Heintzeman goes higher: Nisswa lawmaker joins GOP leadership in St. Paul

The 2019 legislative session looms large for Rep. Josh Heintzeman. With ascension to assistant leader by the vote of his Republican peers, the three-term Republican state representative from Nisswa returns to St. Paul in a more prominent role and...

Josh Heintzeman
Josh Heintzeman

The 2019 legislative session looms large for Rep. Josh Heintzeman.

With ascension to assistant leader by the vote of his Republican peers, the three-term Republican state representative from Nisswa returns to St. Paul in a more prominent role and a different environment than the GOP has previously enjoyed since 2014-a split Legislature, with a narrow lead in the Minnesota Senate and a minority in the House, to say little of four more years with Democratic management in the form of Governor-elect Tim Walz.

Now, Heintzeman said, it's representing the interests of Greater Minnesota and presenting more voices outside of the Twin Cities metro that ultimately prompted him to run for assistant leader in the House Republican Caucus.

"I saw that a lot of the members in my caucus who were interested in leadership positions, most of them were a lot closer to the metro," Heintzeman told the Dispatch during a Thursday, Dec. 6, phone interview. "I'm not saying that's bad, I just wanted to make sure that Greater Minnesota had a voice and make sure that the issues that are relevant here-especially in the lakes area-had stronger support. I threw my hat in and I was really excited to see my colleagues support me."

While he's been happy in his more minor role these past four years, Heintzeman noted the role of assistant Republican leader puts him in a better position, whether that's in terms of addressing pivotal pieces of legislation or the potential for a voice on various committees, all the way down to parking based on seniority.


"Even though this third term I find myself in the minority, I'm still continuing to have more opportunities to speak to issues and decision-making," said Heintzeman, who noted the Republicans' change of fortune in Minnesota didn't factor into his decision to run for assistant leader.

Early caucus meetings have been a preview to the kind of responsibilities that come with the position-though, Heintzeman noted, it's something of on-the-job training, the full breadth and scope of his new role that will only come into focus with experience.

Still, much of his mission remains the same. As examples, Heintzeman pointed to his push for protections and economic improvements tied to environmental resources in the lakes area-whether that's continuing to support the National Loon Center in Crosslake, or substantially increasing fines on boaters transporting invasive species.

In terms of business, two issues stand as significant battlegrounds in the Minnesota government-the advent of cities mandating minimum wage requirements individually across the state, and the business property tax.

"A patchwork of compensation and minimum wage requirements around the state is incredibly difficult for business owners statewide," said Heintzeman, who also noted the current iteration-which exempts the first $100,000 in value-of the business property tax is a good foundation to build and improve upon.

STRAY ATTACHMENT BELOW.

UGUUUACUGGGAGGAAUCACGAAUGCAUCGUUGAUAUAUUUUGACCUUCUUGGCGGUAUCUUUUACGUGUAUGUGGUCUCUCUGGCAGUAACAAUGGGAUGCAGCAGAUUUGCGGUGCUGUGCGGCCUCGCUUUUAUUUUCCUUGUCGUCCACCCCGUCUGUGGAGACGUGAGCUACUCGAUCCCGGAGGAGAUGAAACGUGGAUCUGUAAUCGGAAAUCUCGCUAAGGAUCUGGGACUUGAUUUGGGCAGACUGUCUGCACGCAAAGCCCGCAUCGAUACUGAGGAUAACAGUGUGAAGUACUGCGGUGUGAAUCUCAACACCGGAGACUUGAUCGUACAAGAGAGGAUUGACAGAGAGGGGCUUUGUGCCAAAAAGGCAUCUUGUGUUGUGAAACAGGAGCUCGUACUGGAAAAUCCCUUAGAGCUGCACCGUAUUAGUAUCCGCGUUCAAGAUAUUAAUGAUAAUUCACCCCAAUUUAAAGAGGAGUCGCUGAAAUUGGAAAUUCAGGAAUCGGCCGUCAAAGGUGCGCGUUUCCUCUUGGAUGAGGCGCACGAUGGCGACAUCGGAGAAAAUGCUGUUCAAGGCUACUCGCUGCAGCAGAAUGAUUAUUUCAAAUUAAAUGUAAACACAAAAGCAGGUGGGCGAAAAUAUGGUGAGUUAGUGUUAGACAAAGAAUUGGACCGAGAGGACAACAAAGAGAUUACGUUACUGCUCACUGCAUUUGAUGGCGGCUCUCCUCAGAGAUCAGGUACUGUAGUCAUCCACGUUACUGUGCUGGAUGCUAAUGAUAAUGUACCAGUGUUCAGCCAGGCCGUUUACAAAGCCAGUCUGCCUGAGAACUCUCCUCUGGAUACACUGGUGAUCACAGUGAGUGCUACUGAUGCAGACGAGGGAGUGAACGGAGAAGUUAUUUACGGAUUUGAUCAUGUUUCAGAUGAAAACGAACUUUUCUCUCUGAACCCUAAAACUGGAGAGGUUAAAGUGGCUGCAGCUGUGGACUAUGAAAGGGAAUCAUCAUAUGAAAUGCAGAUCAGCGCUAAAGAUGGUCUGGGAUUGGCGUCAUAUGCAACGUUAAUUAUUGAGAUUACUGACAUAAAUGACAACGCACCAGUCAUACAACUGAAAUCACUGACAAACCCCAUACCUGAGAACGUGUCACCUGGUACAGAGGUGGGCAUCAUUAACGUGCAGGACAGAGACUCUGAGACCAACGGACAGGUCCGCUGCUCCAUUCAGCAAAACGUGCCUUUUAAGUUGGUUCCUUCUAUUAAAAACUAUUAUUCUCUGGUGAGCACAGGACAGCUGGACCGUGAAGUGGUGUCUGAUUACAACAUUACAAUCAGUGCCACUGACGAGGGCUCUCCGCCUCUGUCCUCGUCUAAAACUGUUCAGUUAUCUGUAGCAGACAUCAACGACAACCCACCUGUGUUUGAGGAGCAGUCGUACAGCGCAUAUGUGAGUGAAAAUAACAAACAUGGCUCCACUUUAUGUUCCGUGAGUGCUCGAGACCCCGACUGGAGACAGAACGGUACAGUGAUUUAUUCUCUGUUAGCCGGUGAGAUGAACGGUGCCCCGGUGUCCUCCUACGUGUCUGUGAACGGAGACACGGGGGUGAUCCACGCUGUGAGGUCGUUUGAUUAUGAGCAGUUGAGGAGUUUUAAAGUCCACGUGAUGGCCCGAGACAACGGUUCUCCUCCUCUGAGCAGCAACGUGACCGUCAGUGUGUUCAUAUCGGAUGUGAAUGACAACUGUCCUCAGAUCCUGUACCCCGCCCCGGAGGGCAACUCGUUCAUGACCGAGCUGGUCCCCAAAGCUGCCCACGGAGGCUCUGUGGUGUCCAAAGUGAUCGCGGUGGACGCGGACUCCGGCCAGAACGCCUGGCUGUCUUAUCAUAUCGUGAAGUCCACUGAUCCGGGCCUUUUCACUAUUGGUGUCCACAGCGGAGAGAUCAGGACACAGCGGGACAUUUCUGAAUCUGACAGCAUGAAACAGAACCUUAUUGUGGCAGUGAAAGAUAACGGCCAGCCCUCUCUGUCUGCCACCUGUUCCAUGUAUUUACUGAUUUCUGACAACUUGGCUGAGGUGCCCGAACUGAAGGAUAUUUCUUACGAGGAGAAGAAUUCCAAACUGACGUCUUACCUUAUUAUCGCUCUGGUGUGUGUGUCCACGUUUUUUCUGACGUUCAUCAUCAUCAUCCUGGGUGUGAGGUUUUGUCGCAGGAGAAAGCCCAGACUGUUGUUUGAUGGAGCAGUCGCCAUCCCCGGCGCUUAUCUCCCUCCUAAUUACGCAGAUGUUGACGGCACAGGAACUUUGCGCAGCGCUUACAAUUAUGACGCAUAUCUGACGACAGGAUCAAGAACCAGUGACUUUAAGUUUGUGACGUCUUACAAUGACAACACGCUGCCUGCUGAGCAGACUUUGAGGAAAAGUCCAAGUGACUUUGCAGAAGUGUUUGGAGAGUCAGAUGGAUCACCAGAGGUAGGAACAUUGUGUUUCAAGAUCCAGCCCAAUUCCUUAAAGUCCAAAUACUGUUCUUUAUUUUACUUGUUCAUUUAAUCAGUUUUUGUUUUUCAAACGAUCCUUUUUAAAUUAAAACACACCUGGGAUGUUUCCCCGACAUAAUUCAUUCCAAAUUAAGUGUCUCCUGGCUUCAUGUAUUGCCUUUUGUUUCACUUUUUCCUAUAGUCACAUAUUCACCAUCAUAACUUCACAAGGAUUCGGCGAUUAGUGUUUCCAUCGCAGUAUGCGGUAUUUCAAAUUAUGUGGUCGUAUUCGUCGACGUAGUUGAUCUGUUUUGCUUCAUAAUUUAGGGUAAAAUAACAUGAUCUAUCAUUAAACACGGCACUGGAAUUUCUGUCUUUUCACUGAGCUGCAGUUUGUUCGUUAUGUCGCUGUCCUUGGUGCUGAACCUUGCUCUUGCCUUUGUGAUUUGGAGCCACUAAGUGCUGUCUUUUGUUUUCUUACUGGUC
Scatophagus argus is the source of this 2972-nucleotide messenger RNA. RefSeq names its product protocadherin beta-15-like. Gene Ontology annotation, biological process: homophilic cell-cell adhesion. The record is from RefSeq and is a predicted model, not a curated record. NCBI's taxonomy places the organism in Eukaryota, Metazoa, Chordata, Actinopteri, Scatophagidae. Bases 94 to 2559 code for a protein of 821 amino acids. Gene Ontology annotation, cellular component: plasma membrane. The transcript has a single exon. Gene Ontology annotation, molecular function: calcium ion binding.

The budget surplus

Thursday marked the release of the November budget, which indicates the state is riding a $1.5 billion surplus, with a total $2 billion budget reserve going into the 2020 biennium.

Heintzeman observed this stands even higher than many GOP state representatives predicted and discussed back in September and October-when the election season was in full swing and candidates were haggling with a predicted surplus in the upper $800 millions to more than $900 million. Republicans criticized it as an indication of statewide over-taxation.


"My first thought when the numbers came out is that-'There is no reason to be raising taxes,'" Heintzeman said. "I didn't hear that just around my office, I was getting voicemails and text messages from my constituents and emails along those same lines."

DFL leaders in the Minnesota Senate have characterized the surplus as a reserve to fall back on and buffer against slower economic growth projected in the future, when the tax base won't be able to sustain as much of a burden.

"A balanced budget with fiscal stability protects Minnesota's economy," said Sen. Dick Cohen, DFL-St. Paul, in a statement. Cohen serves as minority leader on the Finance Committee. "Any new spending and tax cuts must be balanced in times we experience economic prosperity. Protecting our state's economy from future instability is even more prudent now as we anticipate slower economic growth."

Heintzeman said he doesn't buy into that interpretation. While he might have accepted that line of thinking as a freshman lawmaker in 2014, he noted, his experience has taught him DFLers aren't looking to create a nest egg, as much as they're looking to expand government and attached services.

"It's almost a little bit silly because the DFL historically has found ways to spend that reserve down and spend down these additional revenues decade after decade," Heintzeman said. "Constitutionally, there will be a required sweep of a portion of those revenues into the reserve fund, but that can be spent. I think you're gonna see a push for increased spending all over the board."

While there are areas that need to be addressed and see increased cash flow-notably, infrastructure and state facilities, Heintzeman added-this shouldn't give the DFL license to continue growing government.

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